Monday, May 15, 2017

Review of Theatre Above the Law's What Rhymes With America

Once upon a time I went to a show and it was called What Rhymes With America. It was by Melissa James Gibson and directed by Tony Lawry. It was about a father named Hank (Dan Sauer) who was trying to rebuild his relationship with his daughter Marlene (Olivia Nicholson) after he has gotten a divorce from his wife. He is trying to win back his wife, but is also interested in other women. There's a woman named Sheryl (Brittany Vogel) who is being a supernumerary with him in the opera. And they seem to be a good match for each other, but he seems to be more interested in the awkward aspiring writer, Lydia (Alicia Ciuffini), but it seems that his (unseen) wife always gets in the way. It is about family, trying to find love, and deeply flawed people. I think this show had a lot of interesting moments and characters.

I was really surprised that a show that had mostly women characters did not pass the Bechdel test. Most of the scenes have Hank in them, and even when Marlene and Lydia have a conversation together they are mostly talking about Lydia's dad who has died. And then Hank even enters that scene. I thought it was troubling that the women never talk to each other and the few seconds they talk together it was about their dads. The main character is a man, and the play is about all the women in his life but mostly in the context of their relationships with Hank.

Sheryl and Hank's scenes were very humorous and uncomfortably funny because she was always complaining how she never got any acting roles. She doesn't understand why no one wants to cast her, but the audience could kind of see that it was because she was overdramatic as a person and also in all of her roles. There is a funny moment where she does the audition for Hank that she had done earlier for Lady Macbeth and had been cut off in the middle. Which, if you know anything about auditions, if they ever say "That's all we need to see," that is not a good sign! When she is doing it for Hank, she is gesturing a lot and using invisible props and she is using the language like she's trying to impress her audience. She also basically explains everything that she is doing to Hank so he will understand her acting better. And I kept wondering if she did that in the audition. If she did, that might have been the reason why she was stopped in the middle of the audition! I kind of feel sorry for her, but at the same time it is hilarious to watch her lack of self-awareness, but also slightly sad.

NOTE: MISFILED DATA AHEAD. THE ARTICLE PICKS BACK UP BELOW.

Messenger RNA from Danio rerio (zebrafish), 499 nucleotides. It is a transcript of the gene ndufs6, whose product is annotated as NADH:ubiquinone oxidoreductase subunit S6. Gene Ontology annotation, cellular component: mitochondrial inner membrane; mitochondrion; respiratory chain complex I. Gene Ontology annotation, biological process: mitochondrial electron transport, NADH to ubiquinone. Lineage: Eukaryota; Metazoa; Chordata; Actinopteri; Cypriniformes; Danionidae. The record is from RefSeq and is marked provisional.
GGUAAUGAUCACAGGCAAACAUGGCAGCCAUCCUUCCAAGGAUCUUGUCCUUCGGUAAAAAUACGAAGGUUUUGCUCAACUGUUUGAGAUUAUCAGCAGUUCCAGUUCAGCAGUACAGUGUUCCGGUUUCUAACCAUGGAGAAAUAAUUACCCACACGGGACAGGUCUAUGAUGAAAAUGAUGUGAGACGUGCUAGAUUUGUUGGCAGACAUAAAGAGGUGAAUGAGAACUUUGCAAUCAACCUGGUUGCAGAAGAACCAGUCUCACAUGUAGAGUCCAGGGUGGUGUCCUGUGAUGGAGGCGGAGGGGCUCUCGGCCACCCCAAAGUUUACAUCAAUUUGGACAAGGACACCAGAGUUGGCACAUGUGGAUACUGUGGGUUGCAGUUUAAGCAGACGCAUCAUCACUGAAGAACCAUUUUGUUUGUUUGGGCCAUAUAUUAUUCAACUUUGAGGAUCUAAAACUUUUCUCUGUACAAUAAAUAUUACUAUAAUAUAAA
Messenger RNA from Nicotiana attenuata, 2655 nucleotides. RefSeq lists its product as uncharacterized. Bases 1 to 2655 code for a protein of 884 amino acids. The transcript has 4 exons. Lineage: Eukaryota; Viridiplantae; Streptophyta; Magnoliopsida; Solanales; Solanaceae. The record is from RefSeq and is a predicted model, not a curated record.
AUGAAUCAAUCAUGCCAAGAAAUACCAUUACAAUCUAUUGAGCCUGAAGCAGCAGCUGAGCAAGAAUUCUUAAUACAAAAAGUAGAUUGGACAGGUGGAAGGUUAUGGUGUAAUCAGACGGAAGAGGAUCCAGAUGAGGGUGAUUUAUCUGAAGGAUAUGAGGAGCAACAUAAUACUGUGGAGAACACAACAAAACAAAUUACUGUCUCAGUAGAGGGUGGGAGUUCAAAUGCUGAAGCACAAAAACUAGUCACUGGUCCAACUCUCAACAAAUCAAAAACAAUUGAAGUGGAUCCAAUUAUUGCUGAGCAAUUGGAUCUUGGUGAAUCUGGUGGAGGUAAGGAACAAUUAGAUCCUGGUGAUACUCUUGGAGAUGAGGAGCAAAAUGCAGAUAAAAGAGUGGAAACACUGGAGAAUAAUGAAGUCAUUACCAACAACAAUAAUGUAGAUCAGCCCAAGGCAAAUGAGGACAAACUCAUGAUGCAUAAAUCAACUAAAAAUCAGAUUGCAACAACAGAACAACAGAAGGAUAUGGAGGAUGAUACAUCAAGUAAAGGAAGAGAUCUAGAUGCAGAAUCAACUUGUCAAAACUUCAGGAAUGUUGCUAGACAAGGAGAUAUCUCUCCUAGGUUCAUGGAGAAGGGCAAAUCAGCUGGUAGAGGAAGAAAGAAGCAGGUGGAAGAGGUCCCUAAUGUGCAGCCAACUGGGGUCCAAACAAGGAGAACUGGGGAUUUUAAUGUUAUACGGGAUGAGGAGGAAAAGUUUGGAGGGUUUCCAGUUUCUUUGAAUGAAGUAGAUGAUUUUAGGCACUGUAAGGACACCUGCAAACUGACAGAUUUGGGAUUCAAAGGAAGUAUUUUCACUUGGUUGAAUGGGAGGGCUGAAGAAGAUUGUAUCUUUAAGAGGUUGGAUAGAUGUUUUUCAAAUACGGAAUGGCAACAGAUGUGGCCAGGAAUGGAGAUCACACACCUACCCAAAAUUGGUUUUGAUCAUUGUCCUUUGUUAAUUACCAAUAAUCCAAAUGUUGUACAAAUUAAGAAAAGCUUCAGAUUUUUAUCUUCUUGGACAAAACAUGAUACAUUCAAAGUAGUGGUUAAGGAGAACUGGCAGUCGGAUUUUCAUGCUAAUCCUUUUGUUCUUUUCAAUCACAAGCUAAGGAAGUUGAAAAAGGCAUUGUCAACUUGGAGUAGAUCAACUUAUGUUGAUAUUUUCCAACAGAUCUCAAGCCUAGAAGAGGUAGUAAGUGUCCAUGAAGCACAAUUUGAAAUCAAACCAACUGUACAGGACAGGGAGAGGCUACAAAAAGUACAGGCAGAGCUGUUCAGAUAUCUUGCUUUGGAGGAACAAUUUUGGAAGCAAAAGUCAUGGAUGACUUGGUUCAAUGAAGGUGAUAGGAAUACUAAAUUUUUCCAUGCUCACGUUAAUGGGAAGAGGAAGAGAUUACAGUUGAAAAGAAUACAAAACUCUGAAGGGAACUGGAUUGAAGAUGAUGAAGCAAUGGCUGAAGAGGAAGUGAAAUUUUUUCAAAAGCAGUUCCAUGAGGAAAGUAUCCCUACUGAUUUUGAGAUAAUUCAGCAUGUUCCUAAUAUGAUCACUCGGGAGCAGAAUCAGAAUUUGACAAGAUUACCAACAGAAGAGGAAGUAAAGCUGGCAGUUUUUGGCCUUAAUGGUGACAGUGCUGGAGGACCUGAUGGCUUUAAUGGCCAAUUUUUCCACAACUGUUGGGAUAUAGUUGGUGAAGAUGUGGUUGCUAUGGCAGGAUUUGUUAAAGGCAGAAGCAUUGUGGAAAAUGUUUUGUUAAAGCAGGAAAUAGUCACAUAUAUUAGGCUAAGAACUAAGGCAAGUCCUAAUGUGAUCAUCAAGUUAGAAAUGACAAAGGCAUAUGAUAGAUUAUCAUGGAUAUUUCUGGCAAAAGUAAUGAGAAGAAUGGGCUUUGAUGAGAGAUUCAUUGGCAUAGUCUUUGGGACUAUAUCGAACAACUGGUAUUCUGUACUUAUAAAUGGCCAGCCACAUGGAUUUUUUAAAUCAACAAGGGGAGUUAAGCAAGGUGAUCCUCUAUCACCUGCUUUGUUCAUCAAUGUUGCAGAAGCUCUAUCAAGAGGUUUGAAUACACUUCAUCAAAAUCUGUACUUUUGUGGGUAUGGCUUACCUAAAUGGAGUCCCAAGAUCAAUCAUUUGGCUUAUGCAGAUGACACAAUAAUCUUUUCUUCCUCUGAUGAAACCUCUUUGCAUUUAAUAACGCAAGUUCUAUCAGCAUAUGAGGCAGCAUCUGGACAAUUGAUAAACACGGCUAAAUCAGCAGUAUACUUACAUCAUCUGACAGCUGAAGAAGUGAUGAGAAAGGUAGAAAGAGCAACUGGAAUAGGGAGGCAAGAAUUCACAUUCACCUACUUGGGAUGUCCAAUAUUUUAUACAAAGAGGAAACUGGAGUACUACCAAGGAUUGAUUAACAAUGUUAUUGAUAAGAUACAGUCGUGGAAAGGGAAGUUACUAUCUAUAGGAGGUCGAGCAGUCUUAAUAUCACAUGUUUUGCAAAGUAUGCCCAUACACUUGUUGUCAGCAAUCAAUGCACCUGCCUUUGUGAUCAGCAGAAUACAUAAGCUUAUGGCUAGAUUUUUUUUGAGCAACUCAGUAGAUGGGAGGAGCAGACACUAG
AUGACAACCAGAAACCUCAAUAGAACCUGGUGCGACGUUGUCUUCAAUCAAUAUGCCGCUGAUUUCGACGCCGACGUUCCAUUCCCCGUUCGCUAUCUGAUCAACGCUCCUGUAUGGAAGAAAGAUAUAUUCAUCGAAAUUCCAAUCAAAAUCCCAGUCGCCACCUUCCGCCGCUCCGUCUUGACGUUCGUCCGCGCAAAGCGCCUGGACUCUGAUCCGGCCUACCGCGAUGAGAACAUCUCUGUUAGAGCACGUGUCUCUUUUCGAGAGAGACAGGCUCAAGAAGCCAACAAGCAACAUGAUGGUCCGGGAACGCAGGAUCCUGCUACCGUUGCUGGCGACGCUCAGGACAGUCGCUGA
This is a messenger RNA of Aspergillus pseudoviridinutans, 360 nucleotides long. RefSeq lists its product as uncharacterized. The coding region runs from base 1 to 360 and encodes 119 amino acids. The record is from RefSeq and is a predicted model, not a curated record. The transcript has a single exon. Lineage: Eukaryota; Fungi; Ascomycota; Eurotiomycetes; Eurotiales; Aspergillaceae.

I thought it was really interesting how the first and last scenes of the play take place with Hank and Marlene on opposites sides of a door because Hank's ex-wife doesn't want them to see each other. He really loves his daughter and he wants to be able to see her again. I think there are some sweet moments in these scenes. I thought they were heartbreaking and some of the best scenes in the play. I think it was realistic how Marlene reacted to her parents getting a divorce. She started getting all emo and writing these songs about deep stuff. It was funny and sad at the same time.

People who would like this show are people who like stories about dads, songs about deep stuff, and over-explained Lady Macbeths. I think this show has good moments and I think a lot of people will really enjoy finding humor in the very flawed people.

Photos: Molly Maloney

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